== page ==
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Wednesday, August 12, 2020

A Quick Hop Across the Pond

Finally! The LET joins in on the fun as they and the LPGA tee it up at the Aberdeen Standard Investments Ladies Scottish Open.

Defending champion Mi Jung Hur

The Renaissance Club in Scotland -- the same course that hosts the Men's Scottish Open -- will once again host the Ladies Scottish Open. This is the first of two events in Scotland, the second being the newly-renamed AIG Women's Open at Royal Troon.

We still aren't free of the pandemic's effects, of course. Defending champion Mi Jung Hur won't be defending this week, and you can be sure several other players won't risk catching the virus.

Nevertheless, the field should be pretty good. World #2 Danielle Kang, fresh off back-to-back wins in the first two events of the LPGA restart, will be joined by past champions Ariya Jutanugarn and Mi Hyang Lee, as well as major champs Hannah Green and Hinako Shibuno.

GC's coverage starts early on Thursday at 7am ET. It will be interesting to see how Danielle does as she has posted three wins, one second-place finish and two third-place finishes in her last seven LPGA starts.

Tuesday, August 11, 2020

Twofer Tuesday: Wyndham Championship

Twofer Tuesday heads home to North Carolina for this week's tournament, the Wyndham Championship.

Defending champion J.T. Poston

Sedgefield Country Club in Greensboro is a classic Donald Ross design, the only Ross design that regularly hosts a Tour event. It's just a par-70 playing 7127 yards. And it's not unusual for first-time winners to get that first win here, as defending champion J.T. Poston did last year.

There's a lot on the line this week, as this is the final event before the FedExCup Playoffs and all the different points lists (and money prizes) will be finalized on Sunday. That means the real interest this week will be centered around the guys making the cut and hopefully the playoffs. And the Wyndham Rewards Top 10 competition will also get a few pros' attention.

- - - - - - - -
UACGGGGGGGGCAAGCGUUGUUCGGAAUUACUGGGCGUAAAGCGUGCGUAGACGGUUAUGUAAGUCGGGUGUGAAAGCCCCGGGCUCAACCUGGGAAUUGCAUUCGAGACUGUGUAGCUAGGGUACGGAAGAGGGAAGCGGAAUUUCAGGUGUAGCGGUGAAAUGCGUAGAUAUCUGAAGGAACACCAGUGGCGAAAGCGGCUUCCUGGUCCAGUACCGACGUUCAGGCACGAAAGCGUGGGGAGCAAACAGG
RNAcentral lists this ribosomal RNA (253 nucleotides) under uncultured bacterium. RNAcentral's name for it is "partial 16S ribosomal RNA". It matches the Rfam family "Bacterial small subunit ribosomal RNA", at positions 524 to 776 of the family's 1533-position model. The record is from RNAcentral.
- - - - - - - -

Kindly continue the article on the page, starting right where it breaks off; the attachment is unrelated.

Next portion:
But Twofer Tuesday is about the Top10 at this event, so let's get to it.

  • Webb Simpson is one of those players who got his first Tour win at this event (2011), and he already has two wins this season. Given that he's been T3 or better each of the last three years, and T11 or better eight of the last ten, you know who I'm picking. I need to get my stats up!
  • And I'm falling back on a player I've often picked to win when he's playing well, only to have him plagued by bad luck. Paul Casey is playing some of his best golf in quite a while, and an old-style course like Sedgefield suits him. Coming off his runner-up finish at Harding Park, I like his chances to put up another strong finish.

GC's live coverage begins Thursday at 2pm ET. It's always fun to watch the guys try their luck on a classic course and, with the loaded fields we've seen since the restart, combined with the last-minute pressure of the points lists, this should be a killer week to end the regular season.

Monday, August 10, 2020

The Limerick Summary: 2020 PGA Championship

Winner: Collin Morikawa

Around the wider world of golf: Danielle Kang went back-to-back with a victory at the Marathon LPGA Classic; Andy Sullivan won the English Championship on the ET; Lee Hodges won the WinCo Foods Portland Open on the Korn Ferry Tour; the KLPGA team defended the OrangeLife Champions Trophy over the combined LPGA/JLPGA team; Sung Hyun Kim won the KPGA Championship; and Rose Zhang beat Gabriela Ruffels in 38 holes at the Women's Amateur.

New PGA champion Collin Morikawa finds the Wannamaker trophy has a mind of its own

Perhaps in the future my Twofer Tuesday picks should avoid municipal courses. I had Brooks Koepka (T29) and Justin Thomas (T37), who were clearly puzzled by the shots we weekend athletes have to contend with on a regular basis. Perhaps they were confused by the lack of spectators...?

  • Top10s: 15 for 38 (6 Top5, 9 other Top10s)
  • Winners: 1 for 19 events

Granted, Brooks did start the final round on the first page of the leaderboard. He simply didn't stay there. But there were plenty of players eager to take his spot.

Collin Morikawa appeared to be more eager than most.

In a field dominated by bombers -- and yes, Bryson DeChambeau proved his body changes would indeed improve his play in the majors by getting his first Top10 -- two of the Top3 finishers weren't bombers at all, but rather shotmakers and good putters. Paul Casey tied for second...

And Collin just went freaking crazy in the last five holes. A chip-in birdie on the 14th and an eagle on the par-4 16th put him out of the reach of the rest of the field.

With two victories in a month -- one at Muirfield Village and the other a major -- he takes over the #1 spot in my Ruthless Golf World Rankings. He's also only the fourth 23-year-old, behind Jack, Tiger and Rory, to win a PGA Championship. Think about this, folks: Collin Morikawa now has as many majors as he has missed cuts. That's unusual these days for sure!

Even the Wanamaker Trophy didn't know how to handle it, as illustrated in the photo above.